We must protect Social Security
Over the past three years, Congress’ solution to our budget crisis has been a temporary patchwork of fiscal bandages, passed at the stroke of midnight before critical deadlines.
Unfortunately, some have proposed balancing our budget by cutting Social Security benefits.
That’s unfair to seniors. And it’s not good for our country. Social Security is one of the most successful government programs in U.S. history. It drastically improved living conditions among the elderly and it needs to be protected for future generations.
Social Security benefits are paid for through the Social Security Trust Fund, which comes from payroll taxes and federal income tax that some beneficiaries pay on part of their benefits. Since Social Security is a separate Trust Fund and doesn’t take money from the U.S. Treasury, it doesn’t make sense to make Social Security pay for our deficit problems.
That said, we still need to make some changes to the Social Security system to keep it alive for future generations. People are living a lot longer today than they were when the system was first created. And because of the size of the baby boomer generation, the number of people receiving benefits will continue to grow much faster than the number of people paying in. So we have a math problem. When the Social Security Trust Fund runs out of money, the program will no longer be able to give seniors the full benefits they were promised. If we do nothing, the Trust Fund will run out of assets in 2033. And unlike the U.S. Treasury, the Social Security Trust Fund can’t spend money it doesn’t have.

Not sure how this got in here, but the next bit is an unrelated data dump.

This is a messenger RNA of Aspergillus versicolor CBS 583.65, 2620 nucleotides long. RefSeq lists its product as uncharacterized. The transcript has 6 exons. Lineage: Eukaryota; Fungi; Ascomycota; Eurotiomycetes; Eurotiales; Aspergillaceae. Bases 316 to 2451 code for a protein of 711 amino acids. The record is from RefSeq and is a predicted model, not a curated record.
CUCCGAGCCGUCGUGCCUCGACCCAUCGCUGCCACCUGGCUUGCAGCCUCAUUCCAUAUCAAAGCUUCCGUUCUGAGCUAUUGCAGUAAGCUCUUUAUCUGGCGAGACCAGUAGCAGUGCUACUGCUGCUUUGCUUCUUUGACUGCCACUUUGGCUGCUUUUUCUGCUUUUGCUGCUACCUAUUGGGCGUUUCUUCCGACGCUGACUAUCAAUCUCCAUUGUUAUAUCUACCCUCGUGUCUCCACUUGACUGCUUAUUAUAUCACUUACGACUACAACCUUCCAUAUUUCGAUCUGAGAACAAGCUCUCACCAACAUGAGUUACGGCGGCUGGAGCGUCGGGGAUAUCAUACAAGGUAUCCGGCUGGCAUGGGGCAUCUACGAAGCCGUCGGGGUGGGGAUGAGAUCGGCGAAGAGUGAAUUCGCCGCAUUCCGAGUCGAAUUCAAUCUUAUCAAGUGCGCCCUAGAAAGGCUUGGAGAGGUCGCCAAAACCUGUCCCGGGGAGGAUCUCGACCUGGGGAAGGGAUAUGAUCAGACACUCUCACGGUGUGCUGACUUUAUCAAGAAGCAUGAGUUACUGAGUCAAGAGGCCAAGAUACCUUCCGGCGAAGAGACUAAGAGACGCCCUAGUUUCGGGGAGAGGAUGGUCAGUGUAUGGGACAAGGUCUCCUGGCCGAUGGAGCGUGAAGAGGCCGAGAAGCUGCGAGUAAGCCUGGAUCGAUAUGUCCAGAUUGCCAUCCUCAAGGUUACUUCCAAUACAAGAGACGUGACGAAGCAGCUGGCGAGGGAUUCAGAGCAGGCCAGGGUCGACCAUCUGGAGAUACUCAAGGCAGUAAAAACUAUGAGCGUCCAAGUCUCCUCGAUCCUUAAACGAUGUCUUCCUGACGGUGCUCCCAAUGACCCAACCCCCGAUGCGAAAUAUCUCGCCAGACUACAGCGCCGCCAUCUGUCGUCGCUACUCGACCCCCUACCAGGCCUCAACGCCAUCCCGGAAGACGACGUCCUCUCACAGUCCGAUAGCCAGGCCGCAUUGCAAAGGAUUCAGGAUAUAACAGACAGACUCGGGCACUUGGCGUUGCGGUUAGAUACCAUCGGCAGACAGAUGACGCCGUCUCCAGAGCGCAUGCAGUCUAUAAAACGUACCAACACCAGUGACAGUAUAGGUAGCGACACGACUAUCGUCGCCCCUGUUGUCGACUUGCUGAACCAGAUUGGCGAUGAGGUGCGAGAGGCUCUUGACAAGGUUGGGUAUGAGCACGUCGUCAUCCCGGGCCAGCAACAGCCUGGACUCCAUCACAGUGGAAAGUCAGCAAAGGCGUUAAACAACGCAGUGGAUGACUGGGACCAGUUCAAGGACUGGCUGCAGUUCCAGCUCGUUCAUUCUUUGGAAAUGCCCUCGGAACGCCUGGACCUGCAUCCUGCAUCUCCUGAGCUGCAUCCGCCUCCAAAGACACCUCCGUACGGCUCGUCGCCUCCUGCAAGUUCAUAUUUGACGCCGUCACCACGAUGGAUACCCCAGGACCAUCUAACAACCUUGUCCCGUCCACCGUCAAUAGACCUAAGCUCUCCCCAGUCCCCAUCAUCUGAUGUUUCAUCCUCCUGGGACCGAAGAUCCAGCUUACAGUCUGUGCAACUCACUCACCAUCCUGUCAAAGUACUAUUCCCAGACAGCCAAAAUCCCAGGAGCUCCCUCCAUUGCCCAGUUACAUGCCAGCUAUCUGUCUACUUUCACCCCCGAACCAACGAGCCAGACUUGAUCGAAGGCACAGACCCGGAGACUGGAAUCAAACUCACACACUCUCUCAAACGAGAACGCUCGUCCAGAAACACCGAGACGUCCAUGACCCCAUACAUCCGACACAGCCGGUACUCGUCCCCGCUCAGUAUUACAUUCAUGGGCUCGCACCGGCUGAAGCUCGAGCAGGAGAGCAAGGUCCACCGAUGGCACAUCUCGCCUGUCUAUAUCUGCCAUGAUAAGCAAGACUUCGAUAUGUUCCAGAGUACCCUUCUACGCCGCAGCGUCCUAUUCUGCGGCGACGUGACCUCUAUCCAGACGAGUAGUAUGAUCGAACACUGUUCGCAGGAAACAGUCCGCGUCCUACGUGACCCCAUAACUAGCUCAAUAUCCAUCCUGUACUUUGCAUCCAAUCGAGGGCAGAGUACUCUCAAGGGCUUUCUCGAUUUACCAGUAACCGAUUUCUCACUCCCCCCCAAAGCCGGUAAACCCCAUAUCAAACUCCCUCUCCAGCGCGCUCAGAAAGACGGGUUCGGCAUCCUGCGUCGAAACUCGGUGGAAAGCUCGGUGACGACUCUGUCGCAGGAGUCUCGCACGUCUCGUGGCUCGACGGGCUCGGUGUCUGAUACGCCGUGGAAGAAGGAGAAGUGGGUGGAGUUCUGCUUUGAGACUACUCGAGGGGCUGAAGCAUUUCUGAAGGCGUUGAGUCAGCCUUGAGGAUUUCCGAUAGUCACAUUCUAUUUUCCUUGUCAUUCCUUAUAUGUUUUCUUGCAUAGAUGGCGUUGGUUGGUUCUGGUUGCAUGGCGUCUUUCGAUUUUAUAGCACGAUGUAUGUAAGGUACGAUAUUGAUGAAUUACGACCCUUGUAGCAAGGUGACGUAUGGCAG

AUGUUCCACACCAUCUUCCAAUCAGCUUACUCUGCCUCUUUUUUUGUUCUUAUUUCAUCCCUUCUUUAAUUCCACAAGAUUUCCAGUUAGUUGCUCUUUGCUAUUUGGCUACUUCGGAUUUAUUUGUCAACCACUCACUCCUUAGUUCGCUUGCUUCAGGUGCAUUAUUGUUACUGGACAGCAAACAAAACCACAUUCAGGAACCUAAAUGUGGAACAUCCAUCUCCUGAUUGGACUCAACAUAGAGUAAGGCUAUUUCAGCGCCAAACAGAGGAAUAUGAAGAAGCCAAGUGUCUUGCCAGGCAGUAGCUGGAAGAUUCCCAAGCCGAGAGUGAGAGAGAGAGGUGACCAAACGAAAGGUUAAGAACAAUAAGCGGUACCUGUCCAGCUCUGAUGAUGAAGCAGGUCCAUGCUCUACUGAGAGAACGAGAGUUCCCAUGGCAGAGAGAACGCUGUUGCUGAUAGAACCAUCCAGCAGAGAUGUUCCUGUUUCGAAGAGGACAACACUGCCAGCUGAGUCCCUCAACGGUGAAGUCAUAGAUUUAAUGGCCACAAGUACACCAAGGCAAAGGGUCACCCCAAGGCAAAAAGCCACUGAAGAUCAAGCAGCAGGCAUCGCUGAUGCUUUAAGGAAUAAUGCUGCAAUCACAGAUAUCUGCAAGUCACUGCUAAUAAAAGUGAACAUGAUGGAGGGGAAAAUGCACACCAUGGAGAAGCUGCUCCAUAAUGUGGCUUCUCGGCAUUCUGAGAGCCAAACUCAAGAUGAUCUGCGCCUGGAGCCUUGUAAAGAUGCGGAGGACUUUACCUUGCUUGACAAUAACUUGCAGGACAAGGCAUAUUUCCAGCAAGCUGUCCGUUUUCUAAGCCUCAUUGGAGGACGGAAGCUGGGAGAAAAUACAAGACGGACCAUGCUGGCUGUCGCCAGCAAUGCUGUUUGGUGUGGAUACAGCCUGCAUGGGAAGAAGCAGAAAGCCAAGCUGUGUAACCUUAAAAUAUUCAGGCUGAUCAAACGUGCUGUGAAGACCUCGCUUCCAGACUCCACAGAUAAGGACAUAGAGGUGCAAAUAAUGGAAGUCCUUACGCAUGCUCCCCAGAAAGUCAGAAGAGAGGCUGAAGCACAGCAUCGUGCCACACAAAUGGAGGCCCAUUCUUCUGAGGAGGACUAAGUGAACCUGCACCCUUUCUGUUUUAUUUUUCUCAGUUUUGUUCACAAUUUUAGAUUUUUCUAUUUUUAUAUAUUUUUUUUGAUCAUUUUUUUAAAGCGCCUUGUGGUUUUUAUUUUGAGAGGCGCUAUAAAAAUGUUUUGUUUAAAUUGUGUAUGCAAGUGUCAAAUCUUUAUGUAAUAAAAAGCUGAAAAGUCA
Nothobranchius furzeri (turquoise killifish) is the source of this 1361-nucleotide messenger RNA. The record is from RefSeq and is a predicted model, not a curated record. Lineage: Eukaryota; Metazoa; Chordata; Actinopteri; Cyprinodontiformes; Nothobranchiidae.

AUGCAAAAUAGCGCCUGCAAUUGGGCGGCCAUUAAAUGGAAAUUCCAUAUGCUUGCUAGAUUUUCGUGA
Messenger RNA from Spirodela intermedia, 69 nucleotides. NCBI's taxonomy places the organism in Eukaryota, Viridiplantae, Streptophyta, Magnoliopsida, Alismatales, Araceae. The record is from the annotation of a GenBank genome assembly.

Bipartisanship is the only way to get things done in a divided Washington. The last time Social Security faced a crisis, Republican President Ronald Reagan and Democratic Speaker Tip O’Neill created a bipartisan commission that led to the successful 1983 reform of Social Security. If we’re going to fix Social Security now, we need a bipartisan commission once again, separate from any deficit negotiations.
Recently, some policymakers have proposed changing the way inflation is calculated to something called chained consumer price index. I don’t believe that chained CPI is a fair way of calculating the cost of living adjustments seniors receive in their Social Security checks.
Others have proposed raising the retirement age. We’re already doing this - the retirement age is rising now due to changes made in that 1983 agreement. Raising the age further could be problematic - we have to keep in mind the millions of Americans working in physically demanding jobs. For them, a delayed retirement would be a potentially debilitating burden.
What does make sense is raising the arbitrary wage cap on Social Security payroll taxes. Currently, only the first $113,700 in an individual’s annual wages are taxed to help fund Social Security. By raising or eliminating the payroll cap we can raise hundreds of billions for the Trust Fund and extend the life of the program for nearly 75 more years. To make sure this proposal is fair to people at all income levels, individuals whose wages exceed the current cap could also receive a corresponding increase in benefits.
We also should look at improving the system for our most vulnerable seniors. Americans who work in minimum wage jobs, and those who are blessed to live longer than they expected, face particular challenges that the Social Security system ought to account for. Finding ways to bring more revenue into the Trust Fund will give us more flexibility to consider changes.
Social Security isn’t the cause of our nation’s fiscal problems. We need to make sure it’s around for future generations, and we have to start from the premise that we shouldn’t use Social Security to balance the budget.
Congressman John Carney